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In a git environment, where we have modularized most projects, we're facing the one project per repository or multiple projects per repository design issue. Let's consider a modularized project:

   +-- gui
   +-- core
   +-- api
   +-- implA
   +-- implB

Today we're having one project per repository. It gives freedom to

  • release individual components
  • tag individual components

But it's also cumbersome to branch components as often branching api requires equivalent branches in core, and perhaps other components.

Given we want to release individual components can we still get the similar flexibility by utilizing a multiple projects per repository design.

What experiences are there and how/why did you address these issues?

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I have a very similar issue right now. I need to release different versions of a project so they will need to be in different repositories. This is a nightmare to manage though. It would be great if there was a way to branch just sub directories. –  Andrew Finnell Aug 18 '12 at 12:09
Each module need to have separate version numbers. And we use git-describe. –  linquize Sep 2 '13 at 9:26

5 Answers 5

up vote 82 down vote accepted

There are three major disadvantages to one project per repository, the way you've described it above. These are less true if they are truly distinct projects, but from the sounds of it changes to one often require changes to another, which can really exaggerate these problems:

  1. It's harder to discover when bugs were introduced. Tools like git bisect become much more difficult to use when you fracture your repository into sub-repositories. It's possible, it's just not as easy, meaning bug-hunting in times of crisis is that much harder.
  2. Tracking the entire history of a feature is much more difficult. History traversing commands like git log just don't output history as meaningfully with fractured repository structures. You can get some useful output with submodules or subtrees, or through other scriptable methods, but it's just not the same as typing tig --grep=<caseID> or git log --grep=<caseID> and scanning all the commits you care about. Your history becomes harder to understand, which makes it less useful when you really need it.
  3. New developers spend more time learning the VC structure before they can start coding. Every new job requires picking up procedures, but fracturing a project repository means they have to pick up the VC structure in addition the code's architecture. In my experience, this is particularly difficult for developers new to git who come from more traditional, centralized shops that use a single repository.

In the end, it's an opportunity cost calculation. At one former employer, we had our primary application divided into 35 different sub-repositories. On top of them we used a complicated set of scripts to search history, make sure state (i.e. production vs. development branches) was the same across them, and deploy them individually or en masse.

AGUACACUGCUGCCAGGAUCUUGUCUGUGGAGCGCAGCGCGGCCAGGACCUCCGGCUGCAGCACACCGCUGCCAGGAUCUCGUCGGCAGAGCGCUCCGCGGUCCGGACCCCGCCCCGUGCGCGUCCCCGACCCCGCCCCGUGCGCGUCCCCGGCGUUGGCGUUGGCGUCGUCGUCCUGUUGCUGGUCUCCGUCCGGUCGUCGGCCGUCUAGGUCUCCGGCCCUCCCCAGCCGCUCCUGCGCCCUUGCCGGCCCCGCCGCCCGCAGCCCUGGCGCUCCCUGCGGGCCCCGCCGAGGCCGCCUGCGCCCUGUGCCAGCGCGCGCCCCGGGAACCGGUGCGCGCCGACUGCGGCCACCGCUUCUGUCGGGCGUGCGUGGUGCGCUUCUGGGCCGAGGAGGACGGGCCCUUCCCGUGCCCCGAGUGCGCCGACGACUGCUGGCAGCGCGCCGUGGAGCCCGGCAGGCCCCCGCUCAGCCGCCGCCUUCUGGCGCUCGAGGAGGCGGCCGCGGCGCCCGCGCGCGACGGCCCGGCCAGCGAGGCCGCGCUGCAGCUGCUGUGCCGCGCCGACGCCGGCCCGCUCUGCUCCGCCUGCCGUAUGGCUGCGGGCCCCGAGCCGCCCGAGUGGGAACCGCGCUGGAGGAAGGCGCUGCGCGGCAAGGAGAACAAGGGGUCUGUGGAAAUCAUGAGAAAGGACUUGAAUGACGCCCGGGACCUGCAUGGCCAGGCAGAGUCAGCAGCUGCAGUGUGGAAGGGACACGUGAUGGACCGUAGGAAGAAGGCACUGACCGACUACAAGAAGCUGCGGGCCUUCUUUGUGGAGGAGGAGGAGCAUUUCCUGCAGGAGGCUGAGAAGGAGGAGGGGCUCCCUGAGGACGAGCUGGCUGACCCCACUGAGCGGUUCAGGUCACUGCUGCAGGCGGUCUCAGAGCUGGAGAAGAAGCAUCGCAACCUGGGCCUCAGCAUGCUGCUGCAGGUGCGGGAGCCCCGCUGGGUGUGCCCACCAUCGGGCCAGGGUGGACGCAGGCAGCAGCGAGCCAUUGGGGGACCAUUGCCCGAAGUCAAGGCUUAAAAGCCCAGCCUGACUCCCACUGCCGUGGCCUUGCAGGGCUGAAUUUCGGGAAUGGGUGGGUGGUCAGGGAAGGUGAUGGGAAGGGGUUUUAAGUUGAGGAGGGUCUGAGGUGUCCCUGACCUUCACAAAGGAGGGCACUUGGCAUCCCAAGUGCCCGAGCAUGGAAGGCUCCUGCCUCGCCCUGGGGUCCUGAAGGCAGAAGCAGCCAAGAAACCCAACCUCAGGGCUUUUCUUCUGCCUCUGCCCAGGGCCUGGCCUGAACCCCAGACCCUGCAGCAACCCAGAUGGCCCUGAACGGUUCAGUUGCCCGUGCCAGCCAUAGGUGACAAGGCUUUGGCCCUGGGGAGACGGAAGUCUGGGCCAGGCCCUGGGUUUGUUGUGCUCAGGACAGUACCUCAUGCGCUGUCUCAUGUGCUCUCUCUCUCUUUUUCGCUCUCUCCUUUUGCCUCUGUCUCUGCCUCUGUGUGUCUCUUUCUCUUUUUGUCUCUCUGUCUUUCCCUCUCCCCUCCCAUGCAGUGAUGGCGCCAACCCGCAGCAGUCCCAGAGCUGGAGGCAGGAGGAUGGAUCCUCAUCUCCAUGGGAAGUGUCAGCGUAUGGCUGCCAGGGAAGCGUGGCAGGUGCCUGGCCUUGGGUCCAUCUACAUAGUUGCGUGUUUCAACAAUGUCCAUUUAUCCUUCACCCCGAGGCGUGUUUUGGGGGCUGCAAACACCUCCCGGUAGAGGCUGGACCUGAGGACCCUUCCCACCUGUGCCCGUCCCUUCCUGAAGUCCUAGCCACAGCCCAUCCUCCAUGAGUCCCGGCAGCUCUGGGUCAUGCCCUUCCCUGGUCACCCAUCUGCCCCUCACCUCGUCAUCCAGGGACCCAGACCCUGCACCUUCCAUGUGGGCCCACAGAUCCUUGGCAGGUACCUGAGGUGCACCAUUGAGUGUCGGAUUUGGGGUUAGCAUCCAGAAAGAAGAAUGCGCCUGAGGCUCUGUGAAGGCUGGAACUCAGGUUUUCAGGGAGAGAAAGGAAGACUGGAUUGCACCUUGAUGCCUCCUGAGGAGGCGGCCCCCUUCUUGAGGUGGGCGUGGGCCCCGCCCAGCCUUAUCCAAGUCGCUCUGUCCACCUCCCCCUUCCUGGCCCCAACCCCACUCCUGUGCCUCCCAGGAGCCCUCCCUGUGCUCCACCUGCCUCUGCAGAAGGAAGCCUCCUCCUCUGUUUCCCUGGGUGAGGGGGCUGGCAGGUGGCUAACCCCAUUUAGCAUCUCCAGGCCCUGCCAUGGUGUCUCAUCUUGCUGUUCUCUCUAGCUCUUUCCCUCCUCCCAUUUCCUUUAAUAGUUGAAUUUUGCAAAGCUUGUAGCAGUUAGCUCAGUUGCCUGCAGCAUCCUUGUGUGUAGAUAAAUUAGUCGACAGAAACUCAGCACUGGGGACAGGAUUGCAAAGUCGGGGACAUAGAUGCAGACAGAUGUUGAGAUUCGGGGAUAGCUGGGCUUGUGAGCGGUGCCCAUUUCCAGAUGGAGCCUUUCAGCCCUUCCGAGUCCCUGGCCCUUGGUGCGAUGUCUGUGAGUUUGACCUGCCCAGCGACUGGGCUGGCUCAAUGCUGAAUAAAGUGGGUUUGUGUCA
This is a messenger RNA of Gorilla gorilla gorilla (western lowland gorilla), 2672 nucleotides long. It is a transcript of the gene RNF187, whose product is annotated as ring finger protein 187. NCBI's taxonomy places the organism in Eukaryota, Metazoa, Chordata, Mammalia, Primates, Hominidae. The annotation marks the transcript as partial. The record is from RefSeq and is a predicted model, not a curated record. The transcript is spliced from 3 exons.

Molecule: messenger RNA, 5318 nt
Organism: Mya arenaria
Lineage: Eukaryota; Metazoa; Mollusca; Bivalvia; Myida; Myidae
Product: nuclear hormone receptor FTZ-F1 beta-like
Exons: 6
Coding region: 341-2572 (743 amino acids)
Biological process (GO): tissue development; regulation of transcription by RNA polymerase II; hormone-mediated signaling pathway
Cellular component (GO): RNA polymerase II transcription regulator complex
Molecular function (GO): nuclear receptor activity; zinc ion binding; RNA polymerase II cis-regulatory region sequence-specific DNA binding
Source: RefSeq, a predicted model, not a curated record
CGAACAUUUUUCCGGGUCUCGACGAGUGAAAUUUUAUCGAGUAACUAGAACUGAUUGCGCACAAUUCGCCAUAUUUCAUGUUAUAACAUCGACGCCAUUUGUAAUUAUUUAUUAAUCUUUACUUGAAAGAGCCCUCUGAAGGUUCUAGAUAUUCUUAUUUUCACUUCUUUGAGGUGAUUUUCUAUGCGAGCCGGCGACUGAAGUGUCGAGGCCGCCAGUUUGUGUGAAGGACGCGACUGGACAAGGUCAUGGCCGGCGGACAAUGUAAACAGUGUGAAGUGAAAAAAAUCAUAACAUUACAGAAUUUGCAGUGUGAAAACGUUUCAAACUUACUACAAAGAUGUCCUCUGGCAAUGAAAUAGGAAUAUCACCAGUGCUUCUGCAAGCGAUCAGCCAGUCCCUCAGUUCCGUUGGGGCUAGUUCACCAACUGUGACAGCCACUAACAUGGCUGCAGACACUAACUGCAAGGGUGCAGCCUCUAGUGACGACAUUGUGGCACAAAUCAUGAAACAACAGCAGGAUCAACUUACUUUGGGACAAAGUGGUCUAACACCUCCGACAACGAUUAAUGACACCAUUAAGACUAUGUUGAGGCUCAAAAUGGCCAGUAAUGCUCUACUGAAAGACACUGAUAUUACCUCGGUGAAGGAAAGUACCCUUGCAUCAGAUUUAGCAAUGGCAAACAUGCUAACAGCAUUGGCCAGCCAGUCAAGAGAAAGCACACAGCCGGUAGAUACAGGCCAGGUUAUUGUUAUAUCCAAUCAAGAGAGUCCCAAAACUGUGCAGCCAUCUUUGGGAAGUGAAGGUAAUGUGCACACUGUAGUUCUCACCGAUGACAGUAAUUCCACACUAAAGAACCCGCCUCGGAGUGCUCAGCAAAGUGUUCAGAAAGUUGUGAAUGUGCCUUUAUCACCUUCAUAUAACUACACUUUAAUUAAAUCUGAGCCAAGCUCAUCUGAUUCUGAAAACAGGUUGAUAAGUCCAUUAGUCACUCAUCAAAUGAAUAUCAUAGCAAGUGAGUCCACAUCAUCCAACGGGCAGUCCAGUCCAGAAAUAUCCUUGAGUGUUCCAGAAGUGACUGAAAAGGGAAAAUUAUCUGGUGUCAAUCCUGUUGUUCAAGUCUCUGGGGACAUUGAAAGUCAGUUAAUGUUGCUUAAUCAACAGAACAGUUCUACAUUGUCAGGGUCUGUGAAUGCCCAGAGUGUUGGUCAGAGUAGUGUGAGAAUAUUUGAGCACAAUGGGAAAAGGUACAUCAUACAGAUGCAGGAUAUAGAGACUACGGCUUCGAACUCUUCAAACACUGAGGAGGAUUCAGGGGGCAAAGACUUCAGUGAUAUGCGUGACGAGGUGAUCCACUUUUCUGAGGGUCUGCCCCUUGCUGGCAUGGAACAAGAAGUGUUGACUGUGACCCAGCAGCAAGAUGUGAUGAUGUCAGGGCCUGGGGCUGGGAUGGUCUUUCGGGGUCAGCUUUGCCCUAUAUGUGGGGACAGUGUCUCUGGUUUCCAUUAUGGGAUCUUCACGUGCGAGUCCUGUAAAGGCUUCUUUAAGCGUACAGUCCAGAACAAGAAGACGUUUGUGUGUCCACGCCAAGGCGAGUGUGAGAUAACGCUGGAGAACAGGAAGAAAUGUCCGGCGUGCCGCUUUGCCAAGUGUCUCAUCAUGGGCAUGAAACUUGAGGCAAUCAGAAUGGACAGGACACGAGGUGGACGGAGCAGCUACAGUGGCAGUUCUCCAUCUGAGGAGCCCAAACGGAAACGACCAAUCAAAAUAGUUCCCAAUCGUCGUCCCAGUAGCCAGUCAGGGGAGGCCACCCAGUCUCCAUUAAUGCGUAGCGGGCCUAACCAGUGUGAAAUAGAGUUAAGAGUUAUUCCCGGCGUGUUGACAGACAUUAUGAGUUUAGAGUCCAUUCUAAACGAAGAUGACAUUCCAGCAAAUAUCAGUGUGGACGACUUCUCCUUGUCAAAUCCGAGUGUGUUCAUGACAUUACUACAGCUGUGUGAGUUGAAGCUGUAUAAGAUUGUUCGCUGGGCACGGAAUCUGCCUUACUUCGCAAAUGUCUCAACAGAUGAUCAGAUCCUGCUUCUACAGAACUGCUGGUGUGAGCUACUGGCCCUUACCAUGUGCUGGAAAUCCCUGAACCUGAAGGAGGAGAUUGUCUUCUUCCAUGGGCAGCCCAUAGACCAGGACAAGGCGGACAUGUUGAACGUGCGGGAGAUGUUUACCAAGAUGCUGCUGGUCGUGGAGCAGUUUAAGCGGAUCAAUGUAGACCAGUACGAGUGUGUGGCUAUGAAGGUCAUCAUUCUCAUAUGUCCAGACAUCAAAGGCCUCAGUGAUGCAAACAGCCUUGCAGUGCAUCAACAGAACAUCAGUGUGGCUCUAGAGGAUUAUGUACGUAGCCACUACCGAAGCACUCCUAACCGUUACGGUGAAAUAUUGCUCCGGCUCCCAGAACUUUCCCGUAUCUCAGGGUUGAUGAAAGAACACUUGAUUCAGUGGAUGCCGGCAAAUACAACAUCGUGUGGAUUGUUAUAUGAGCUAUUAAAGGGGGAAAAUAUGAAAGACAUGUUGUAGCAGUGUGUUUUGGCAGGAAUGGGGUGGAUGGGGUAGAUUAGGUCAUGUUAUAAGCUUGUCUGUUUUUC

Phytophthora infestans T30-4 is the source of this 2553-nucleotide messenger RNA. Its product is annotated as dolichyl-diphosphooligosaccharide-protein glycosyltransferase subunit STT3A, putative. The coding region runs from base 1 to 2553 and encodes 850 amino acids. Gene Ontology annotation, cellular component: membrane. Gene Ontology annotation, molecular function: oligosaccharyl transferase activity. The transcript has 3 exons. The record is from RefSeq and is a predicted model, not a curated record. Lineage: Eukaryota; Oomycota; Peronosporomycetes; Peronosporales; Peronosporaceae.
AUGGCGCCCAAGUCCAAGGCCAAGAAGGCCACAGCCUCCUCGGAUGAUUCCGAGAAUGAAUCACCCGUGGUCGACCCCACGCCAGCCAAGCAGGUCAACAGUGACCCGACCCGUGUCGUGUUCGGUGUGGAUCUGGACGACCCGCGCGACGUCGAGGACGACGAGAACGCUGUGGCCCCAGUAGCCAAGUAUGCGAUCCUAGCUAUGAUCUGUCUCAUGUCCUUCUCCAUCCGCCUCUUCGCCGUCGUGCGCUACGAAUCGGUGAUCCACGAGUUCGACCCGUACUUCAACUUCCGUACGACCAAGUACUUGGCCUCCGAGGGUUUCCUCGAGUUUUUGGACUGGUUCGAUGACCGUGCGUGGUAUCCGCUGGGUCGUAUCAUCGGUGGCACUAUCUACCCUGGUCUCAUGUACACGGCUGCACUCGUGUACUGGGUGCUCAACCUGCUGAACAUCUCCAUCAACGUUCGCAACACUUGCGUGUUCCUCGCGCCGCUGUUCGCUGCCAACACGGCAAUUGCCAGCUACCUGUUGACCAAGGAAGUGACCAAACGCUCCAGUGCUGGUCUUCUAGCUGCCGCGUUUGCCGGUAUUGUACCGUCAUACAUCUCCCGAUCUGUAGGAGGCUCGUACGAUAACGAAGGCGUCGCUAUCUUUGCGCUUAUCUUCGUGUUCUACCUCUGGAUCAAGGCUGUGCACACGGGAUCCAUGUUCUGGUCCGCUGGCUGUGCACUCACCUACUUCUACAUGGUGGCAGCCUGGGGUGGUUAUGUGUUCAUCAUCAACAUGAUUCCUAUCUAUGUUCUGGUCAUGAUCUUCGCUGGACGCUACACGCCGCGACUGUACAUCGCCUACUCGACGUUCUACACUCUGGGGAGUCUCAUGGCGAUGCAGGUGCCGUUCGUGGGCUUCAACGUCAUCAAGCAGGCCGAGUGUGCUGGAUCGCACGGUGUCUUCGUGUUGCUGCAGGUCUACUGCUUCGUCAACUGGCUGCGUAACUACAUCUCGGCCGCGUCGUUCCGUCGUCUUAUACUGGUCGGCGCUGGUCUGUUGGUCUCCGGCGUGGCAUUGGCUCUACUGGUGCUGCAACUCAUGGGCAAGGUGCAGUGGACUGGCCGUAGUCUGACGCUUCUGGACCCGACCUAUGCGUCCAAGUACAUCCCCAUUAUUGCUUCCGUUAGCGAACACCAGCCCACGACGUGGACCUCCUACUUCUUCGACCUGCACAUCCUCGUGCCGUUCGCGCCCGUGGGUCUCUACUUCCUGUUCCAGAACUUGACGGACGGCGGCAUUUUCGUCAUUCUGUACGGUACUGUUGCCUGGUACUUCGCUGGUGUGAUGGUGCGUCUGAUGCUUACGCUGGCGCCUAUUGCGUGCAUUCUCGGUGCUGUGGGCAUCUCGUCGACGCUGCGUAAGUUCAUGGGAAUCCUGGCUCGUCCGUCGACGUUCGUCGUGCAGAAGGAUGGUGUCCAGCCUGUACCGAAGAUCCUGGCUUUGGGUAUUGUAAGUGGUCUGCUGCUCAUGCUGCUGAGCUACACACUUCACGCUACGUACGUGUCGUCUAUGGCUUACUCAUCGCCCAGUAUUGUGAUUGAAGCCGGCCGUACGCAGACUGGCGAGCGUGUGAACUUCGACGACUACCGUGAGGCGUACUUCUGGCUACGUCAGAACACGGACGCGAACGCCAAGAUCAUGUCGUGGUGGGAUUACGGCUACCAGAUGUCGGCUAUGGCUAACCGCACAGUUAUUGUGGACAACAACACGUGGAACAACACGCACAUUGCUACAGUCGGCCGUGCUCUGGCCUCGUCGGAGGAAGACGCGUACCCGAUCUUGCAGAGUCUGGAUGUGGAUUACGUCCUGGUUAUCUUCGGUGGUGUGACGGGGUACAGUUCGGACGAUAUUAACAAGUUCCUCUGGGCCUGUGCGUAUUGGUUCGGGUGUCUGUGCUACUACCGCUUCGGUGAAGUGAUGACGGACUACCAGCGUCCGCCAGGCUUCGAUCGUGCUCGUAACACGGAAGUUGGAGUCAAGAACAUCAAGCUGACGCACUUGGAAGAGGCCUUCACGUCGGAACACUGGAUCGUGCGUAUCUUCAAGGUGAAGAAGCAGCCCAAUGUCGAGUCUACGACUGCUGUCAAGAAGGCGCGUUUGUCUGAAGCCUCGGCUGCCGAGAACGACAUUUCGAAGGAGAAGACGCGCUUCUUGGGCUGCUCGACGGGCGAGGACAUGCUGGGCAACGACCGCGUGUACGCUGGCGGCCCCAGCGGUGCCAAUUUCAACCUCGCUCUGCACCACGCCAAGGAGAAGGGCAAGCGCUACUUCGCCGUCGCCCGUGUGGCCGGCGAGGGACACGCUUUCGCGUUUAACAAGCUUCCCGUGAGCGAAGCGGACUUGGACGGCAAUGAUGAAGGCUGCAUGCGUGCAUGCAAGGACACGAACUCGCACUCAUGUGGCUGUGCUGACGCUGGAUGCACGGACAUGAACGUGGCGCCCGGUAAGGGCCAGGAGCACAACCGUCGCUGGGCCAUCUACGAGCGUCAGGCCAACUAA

It was just too much; too much for us at least. The management overhead made our features less nimble, made deployments much harder, made teaching new devs take too much time, and by the end of it, we could barely recall why we fractured the repository in the first place. One beautiful spring day, I spent $10 for an afternoon of cluster compute time in EC2. I wove the repos back together with a couple dozen git filter-branch calls. We never looked back.

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As an off topic aside, there are few more enjoyable things as a repository manager than purchasing time on a system that can do in two hours what your laptop couldn't do in 20, for less than the price of lunch. Sometimes I really love the internet. –  Christopher Aug 17 '12 at 15:47
How would you release those individual projects as separate releases? Or do you never need to do that? That is the problem I have. With if you need to create a V1 of Project A, and V2 of Project B. –  Andrew Finnell Aug 18 '12 at 12:16
For moving between the "one project per repo" and "multiple repos" consider git-subtree (good explanation at –  deterb Dec 6 '13 at 20:30

As we use GitHub, we actually have multiple projects in one repo but ensure that those projects/modules are properly modularised (we use -api and -core conventions + Maven + static and runtime checking and might even go to OSGi one day to boot).

What does it save on? Well we don't have to issue multiple Pull Requests if we're changing something small across multiple projects. Issues and Wiki are kept centralised etc.

We still treat each module/project as a proper independent project and build and integrate them separately in our CI server etc.